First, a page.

The Zombies Are Still Looking Forward Even as a New Documentary Explores Their Past

Exclusive: The Zombies take some time to show us what you need to live with their new album Different Game.

SXSW The Zombies
Photo: Alex Lake

No matter the weather, it’s always the perfect Time of the Season for The Zombies. Their new album is called Different Game, and everyone plays like they were dealt a perfect hand. But it’s the fingers of founding keyboardist Rod Argent, drummer Steve Rodford, guitarist Tom Toomey, bassist Søren Koch, and the throat of original lead singer Colin Blunstone that propel the music.

Director Robert Schwartzman’s documentary, Hung Up on a Dream, which will have its world premiere at SXSW, looks back at The Zombies’ 60-year career: the first British Invasion band to write themselves into American pop history after The Beatles with “She’s Not There,” the Rock Hall of Famers’ Odessey and Oracle is in the Top 100 of Rolling Stone’s 500 Greatest Albums of All Time. The group is looking forward. 

“So often, people at our vintage put out something which doesn’t have the energy of previous stuff,” Argent tells Den of Geek. “I want to reflect when we’re on stage. There’s always a young component in the audience. It makes you play with more energy.”

The Zombies never sit still, forever extending their Life Is A Merry-Go-Round Tour, co-headlining with The Brian Wilson Band, and playing cruise ships with the Moody Blues’ Justin Hayward for relaxation. They are performers, even while making an album. “We build it up live in the studio,” Blunstone says. “When Rod writes a song, he calls me. We routine the song, bring the band in, and record.”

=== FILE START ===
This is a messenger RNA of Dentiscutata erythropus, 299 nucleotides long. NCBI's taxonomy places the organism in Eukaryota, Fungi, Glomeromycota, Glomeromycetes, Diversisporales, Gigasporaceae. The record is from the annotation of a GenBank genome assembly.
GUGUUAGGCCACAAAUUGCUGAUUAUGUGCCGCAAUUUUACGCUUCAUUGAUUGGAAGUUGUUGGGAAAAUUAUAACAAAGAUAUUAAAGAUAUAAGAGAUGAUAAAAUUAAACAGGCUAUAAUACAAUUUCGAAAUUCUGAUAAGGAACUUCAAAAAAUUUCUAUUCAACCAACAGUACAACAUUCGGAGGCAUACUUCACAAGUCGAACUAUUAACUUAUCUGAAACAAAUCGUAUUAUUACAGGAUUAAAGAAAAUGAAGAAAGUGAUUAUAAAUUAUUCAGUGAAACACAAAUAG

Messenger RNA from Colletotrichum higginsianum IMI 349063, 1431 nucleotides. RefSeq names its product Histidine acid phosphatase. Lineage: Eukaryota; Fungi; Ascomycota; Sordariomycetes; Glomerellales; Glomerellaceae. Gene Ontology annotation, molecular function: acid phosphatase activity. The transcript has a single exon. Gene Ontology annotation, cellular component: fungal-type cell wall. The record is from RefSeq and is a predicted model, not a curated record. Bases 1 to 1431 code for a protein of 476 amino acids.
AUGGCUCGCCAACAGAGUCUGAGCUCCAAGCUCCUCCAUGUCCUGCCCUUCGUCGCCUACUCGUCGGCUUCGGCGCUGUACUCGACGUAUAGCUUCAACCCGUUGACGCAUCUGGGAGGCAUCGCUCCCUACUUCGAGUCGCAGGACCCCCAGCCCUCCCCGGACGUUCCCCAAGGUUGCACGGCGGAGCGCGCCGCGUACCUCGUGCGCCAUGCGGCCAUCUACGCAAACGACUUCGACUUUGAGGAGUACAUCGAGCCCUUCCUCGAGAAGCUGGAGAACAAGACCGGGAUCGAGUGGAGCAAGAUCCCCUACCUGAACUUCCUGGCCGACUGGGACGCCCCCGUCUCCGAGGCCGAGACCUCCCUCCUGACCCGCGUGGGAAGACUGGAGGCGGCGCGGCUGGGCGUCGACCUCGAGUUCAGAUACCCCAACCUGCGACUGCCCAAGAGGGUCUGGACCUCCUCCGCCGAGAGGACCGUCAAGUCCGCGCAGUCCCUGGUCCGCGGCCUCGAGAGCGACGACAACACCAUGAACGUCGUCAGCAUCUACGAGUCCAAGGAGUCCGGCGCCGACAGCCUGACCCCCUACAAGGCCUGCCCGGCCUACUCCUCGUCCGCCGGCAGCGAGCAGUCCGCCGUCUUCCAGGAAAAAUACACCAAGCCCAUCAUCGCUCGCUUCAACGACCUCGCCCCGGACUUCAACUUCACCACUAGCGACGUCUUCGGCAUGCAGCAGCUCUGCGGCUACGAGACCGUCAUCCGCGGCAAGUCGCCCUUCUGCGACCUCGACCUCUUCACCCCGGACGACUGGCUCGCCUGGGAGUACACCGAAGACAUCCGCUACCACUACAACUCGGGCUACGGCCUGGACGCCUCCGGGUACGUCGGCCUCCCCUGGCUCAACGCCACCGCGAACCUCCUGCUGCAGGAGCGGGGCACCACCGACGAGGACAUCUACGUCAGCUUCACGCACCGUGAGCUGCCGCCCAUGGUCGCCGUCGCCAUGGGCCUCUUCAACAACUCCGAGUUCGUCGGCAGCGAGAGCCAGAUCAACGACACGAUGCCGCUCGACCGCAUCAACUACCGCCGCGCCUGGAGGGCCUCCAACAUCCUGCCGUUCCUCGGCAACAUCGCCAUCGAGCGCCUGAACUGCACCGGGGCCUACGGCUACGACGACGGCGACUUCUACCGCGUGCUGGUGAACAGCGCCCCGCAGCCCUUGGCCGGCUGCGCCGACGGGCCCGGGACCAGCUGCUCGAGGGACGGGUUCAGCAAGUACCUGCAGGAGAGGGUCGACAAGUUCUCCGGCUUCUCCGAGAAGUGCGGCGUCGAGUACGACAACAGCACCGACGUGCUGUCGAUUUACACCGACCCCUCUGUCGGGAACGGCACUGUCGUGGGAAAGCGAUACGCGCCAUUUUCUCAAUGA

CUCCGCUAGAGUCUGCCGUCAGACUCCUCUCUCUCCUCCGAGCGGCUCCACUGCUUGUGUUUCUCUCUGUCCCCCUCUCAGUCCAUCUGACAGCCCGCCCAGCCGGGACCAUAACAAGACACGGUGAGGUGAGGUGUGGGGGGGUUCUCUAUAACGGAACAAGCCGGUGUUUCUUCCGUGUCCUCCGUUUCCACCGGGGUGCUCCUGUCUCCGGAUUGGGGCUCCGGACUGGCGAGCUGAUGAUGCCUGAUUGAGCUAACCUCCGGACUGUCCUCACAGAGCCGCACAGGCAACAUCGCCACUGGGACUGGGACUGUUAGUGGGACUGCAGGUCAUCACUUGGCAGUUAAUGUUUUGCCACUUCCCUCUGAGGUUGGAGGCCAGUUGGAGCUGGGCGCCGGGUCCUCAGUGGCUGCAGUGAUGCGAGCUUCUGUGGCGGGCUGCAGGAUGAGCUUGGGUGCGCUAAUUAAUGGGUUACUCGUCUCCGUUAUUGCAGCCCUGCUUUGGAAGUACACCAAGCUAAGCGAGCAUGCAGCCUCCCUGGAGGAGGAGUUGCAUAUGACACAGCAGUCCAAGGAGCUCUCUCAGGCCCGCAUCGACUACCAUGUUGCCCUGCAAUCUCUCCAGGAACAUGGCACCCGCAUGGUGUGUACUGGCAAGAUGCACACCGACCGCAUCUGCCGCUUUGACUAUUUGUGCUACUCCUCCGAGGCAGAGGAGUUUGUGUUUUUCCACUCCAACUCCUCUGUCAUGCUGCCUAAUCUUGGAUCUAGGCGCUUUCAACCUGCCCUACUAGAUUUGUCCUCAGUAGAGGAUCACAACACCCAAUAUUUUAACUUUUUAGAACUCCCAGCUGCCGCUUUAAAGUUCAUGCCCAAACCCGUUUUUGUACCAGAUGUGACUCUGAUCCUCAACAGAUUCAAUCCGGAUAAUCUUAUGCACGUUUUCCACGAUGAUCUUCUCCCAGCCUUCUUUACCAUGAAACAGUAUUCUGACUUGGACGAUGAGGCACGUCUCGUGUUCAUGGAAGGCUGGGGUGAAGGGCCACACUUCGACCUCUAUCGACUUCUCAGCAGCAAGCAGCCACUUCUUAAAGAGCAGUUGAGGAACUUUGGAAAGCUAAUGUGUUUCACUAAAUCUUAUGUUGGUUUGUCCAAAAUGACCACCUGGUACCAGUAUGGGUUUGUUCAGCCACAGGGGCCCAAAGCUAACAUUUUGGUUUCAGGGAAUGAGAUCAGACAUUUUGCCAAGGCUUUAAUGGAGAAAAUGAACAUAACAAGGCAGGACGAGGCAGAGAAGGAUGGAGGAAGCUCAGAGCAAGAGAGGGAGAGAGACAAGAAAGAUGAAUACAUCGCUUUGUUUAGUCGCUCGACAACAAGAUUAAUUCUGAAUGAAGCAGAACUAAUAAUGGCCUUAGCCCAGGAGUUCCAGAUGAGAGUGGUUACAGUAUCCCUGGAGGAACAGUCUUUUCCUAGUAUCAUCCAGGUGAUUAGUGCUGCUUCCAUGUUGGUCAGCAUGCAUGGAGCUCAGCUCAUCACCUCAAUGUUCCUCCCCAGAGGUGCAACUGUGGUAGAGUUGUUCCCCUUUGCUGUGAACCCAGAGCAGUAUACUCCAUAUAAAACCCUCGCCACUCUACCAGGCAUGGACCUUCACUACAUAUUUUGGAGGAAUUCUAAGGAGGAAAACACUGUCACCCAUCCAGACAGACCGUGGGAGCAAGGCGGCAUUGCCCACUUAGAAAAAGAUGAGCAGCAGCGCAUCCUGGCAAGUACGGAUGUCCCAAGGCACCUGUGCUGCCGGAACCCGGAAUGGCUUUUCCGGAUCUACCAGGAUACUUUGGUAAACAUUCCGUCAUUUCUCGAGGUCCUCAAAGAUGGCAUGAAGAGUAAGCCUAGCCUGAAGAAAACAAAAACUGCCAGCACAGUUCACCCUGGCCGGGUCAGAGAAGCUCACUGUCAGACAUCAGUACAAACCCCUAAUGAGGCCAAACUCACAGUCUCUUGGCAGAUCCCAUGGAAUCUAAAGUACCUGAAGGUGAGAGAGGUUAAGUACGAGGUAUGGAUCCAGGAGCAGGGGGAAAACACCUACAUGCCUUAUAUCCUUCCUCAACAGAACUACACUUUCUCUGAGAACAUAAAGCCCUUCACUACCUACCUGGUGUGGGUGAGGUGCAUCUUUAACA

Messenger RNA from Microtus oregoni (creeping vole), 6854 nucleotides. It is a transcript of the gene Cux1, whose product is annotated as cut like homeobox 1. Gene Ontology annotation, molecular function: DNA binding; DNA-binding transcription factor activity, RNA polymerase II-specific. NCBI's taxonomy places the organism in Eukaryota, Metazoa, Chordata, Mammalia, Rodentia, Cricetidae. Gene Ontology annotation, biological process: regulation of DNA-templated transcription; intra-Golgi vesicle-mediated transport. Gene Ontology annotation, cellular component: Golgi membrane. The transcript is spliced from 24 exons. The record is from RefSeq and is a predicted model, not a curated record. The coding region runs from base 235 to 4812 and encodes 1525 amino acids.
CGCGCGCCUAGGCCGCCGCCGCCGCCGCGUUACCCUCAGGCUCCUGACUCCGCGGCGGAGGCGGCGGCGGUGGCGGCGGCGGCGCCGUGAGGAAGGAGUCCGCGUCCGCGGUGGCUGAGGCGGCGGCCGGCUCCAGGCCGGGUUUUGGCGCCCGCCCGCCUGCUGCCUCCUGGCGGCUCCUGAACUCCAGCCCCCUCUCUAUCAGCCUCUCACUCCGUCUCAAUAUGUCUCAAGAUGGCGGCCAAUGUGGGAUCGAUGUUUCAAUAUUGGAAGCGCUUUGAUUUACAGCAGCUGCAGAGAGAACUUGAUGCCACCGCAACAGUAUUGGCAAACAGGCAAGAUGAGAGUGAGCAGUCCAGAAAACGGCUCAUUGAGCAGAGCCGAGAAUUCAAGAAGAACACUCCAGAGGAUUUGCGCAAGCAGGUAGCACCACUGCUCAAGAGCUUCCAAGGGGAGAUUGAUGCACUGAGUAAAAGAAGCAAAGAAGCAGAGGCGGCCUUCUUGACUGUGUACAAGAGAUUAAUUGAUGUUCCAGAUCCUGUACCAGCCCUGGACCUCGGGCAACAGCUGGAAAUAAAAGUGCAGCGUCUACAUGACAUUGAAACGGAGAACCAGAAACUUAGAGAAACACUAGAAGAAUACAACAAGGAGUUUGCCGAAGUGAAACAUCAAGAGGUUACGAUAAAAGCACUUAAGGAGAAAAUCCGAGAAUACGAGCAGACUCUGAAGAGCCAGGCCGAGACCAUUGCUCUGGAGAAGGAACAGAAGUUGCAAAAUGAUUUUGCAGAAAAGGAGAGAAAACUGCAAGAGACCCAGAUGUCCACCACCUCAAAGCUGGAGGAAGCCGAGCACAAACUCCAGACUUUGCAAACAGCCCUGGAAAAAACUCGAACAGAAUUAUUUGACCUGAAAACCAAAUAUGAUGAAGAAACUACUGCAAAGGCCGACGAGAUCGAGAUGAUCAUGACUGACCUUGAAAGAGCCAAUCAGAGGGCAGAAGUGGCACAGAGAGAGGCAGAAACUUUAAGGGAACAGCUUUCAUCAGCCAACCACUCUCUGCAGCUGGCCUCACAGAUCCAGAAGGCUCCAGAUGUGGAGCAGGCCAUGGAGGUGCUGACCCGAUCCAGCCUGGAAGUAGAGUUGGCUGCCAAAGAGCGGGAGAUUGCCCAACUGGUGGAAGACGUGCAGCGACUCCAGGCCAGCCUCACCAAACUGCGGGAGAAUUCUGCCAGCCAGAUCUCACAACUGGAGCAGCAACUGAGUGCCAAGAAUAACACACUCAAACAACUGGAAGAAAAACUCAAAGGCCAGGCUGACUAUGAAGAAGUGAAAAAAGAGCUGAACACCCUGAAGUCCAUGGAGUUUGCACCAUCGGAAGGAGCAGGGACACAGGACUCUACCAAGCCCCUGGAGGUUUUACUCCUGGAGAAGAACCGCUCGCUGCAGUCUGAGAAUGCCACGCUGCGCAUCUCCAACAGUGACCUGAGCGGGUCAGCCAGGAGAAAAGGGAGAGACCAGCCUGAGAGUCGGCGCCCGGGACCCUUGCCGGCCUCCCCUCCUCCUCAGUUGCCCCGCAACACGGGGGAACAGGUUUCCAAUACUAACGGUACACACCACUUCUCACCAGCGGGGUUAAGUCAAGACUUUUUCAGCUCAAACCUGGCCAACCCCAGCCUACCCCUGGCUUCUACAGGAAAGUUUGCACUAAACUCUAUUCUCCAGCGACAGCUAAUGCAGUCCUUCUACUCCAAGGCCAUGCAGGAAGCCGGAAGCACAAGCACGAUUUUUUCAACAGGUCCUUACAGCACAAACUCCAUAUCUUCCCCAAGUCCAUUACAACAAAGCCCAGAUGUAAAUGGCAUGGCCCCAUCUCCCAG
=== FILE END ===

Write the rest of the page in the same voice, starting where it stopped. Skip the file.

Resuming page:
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Not wanting to track new material virtually, the group was temporarily grounded by the pandemic. “Because of COVID, we hadn’t played together for two years,” Argent says. “But it gave me the unexpected benefit of being able to write nine of the ten songs.”

It also afforded more time for the arrangements. Rod, who formed the band ARGENT after the initial breakup of The Zombies, took an excerpt of a chord sequence from the piano solo of their biggest hit, “Hold Your Head Up,” for the new album’s “Love You.” The song’s soft opening didn’t fully work with piano.

“Tom worked it out note-for-note on the guitar,” Argent says. “It sounded beautiful. I could imagine Colin starting to sing and everything else coming in. There are real ballads contrasted with the energy songs. It felt like the right balance.”

The Zombies always maintained a steady equilibrium, shifting weight as needed. “When we first got together in 1961, I was the rhythm guitarist, and Rod was lead singer,” Blunstone says. “We swapped, but I still played. One of our covers, The Shadows’ ‘Wonderful Land,’ had a lot of chords, and I kept making mistakes. I could feel the natives getting restless, so I jumped before I was pushed and became an ex-rhythm guitarist.”

Signed with Decca after winning a London Evening News competition, the group’s first single was a hit, and its mysterious sound matched the enigmatic credit on the disc. “The name came from our original bass player, Paul Arnold,” Blunstone says. “I’ll confide in you; I had no idea what a zombie was.” Originally the domain of tropical island voodoo, George Romero redefined zombies with Night of the Living Dead, which came out the year The Zombies broke up.

“I still don’t know what a zombie is,” Blunstone admits. “Hopefully, you’ll think of ‘She’s Not There’ and ‘Time of the Season’ and more recent references to analyze it.”